xFiruath: What are the lyrics dealing with on a Face of Ruin song?
Brian: Generally there’s a common theme of the self destruction of humanity. Ed (the band’s vocalist) writes everything and we all kind of pitch in if he needs help. Ed is big into history and war and stuff so some of the stuff has a war theme to it. Some of it has like a P.O.W. type of theme to it, but generally it’s about the self destruction of humanity. That’s probably the easiest way to put it without getting too deep into it. I can’t speak completely for Ed but that’s usually how he likes to represent what he does.
xFiruath: What is your local scene like there in Milwuakee? Are there a lot of bands that you play with regularly and how is the live show reaction?
Brian: We are always the odd ball, no matter who we play with. We have some really good friends in the area. Milwaukee is a very segregated scene. It’s either you’re in the metalcore or deathcore area or you’re in the DIY, punk and grind, old school hardcore kind of scene. We tend to fall somewhere right in the middle of that. So we kind of get forgotten about. For a long time we were pretty much left to our own resources to get things done and put on our own shows. It was either bands we didn’t want to be represented with who were offering us shows and then the bands that we wanted to do the shows with didn’t want to play with us. So we went through that for a long time and kind of had a chip on our shoulders because of it but at this point we’ve decided that we just want to play. Actually since the EP came out we’ve had a lot of bands change their attitudes towards us, which is cool. We actually just booked a show with a band that are pretty good friends of ours, Half Gorilla, which is this kind of crust grind band. It’s really segregated and if you go to a show it can be all one thing. It’s all metalcore, it’s all grind, it’s all death metal, which gets old after a while obviously. We’ve been trying to change that up lately but the biggest issue with Milwaukee is that it’s such a small group of guys that a lot of these guys are in three or four bands. If one band is playing this other band has to play because this dude wants one to be the cash cow or whatever. For the most part things are pretty good around here it’s just we’re kind of small. We’re not making any money doing what we do in Milwaukee.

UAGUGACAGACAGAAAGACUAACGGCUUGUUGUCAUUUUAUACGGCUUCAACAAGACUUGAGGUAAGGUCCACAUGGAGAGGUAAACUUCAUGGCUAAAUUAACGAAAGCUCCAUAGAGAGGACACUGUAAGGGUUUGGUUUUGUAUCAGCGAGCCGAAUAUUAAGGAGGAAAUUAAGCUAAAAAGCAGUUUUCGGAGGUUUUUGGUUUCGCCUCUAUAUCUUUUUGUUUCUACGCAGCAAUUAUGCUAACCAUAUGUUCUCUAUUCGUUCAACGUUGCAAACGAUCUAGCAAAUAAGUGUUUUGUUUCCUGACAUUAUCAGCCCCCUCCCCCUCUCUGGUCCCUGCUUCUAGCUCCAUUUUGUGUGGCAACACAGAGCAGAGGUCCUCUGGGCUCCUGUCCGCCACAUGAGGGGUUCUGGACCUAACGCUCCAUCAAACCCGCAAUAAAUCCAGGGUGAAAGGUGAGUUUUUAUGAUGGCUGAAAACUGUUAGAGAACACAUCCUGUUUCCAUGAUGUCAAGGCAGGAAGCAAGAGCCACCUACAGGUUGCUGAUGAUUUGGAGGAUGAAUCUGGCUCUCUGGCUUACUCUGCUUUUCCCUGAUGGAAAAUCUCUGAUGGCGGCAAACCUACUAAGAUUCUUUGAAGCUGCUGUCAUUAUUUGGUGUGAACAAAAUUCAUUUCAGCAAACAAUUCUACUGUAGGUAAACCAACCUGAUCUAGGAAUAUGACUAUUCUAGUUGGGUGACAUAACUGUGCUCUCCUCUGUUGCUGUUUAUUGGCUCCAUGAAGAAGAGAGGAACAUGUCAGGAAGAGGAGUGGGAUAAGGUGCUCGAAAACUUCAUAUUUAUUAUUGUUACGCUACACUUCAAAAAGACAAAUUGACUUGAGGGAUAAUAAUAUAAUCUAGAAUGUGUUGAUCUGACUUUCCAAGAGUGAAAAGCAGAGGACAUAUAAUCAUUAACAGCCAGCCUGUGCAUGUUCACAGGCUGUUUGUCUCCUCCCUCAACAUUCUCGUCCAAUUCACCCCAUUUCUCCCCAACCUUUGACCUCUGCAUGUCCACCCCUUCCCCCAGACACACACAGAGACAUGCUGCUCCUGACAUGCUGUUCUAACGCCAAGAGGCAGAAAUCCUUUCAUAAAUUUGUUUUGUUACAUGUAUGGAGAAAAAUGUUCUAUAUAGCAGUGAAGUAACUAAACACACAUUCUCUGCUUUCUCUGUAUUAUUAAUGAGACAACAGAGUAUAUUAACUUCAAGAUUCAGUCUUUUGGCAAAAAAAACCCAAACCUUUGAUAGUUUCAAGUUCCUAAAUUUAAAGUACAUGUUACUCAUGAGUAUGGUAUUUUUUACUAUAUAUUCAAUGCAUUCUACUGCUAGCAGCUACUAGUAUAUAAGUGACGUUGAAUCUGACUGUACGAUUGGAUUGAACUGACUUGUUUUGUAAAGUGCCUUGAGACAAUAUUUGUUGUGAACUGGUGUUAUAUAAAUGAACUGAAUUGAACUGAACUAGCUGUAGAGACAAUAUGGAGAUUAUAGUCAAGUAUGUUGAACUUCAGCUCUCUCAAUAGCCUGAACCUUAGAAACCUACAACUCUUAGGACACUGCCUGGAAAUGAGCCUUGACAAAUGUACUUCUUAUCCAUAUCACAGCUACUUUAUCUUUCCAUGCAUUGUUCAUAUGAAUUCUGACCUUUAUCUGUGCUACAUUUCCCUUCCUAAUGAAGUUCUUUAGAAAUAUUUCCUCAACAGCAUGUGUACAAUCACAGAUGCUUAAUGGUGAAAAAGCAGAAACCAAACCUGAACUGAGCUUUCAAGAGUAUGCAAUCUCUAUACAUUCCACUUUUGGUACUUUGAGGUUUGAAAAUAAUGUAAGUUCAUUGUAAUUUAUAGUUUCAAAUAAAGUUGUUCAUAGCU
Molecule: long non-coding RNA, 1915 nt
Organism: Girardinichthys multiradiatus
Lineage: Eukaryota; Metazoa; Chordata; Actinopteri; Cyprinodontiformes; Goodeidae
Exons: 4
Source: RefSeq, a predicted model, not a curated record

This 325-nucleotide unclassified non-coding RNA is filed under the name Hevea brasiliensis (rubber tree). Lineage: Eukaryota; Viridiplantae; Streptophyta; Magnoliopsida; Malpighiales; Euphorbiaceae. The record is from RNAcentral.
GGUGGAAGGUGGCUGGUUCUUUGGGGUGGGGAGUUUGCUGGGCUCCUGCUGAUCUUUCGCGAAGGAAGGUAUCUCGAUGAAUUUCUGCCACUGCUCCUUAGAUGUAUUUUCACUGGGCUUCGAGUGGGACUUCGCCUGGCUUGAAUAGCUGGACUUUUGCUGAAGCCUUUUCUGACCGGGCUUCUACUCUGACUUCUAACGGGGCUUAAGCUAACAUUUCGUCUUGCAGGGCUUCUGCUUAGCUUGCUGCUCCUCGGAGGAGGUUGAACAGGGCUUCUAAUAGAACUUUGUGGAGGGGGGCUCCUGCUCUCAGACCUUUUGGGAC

xFiruath: Do you have any particular show memory that really sticks out in your mind?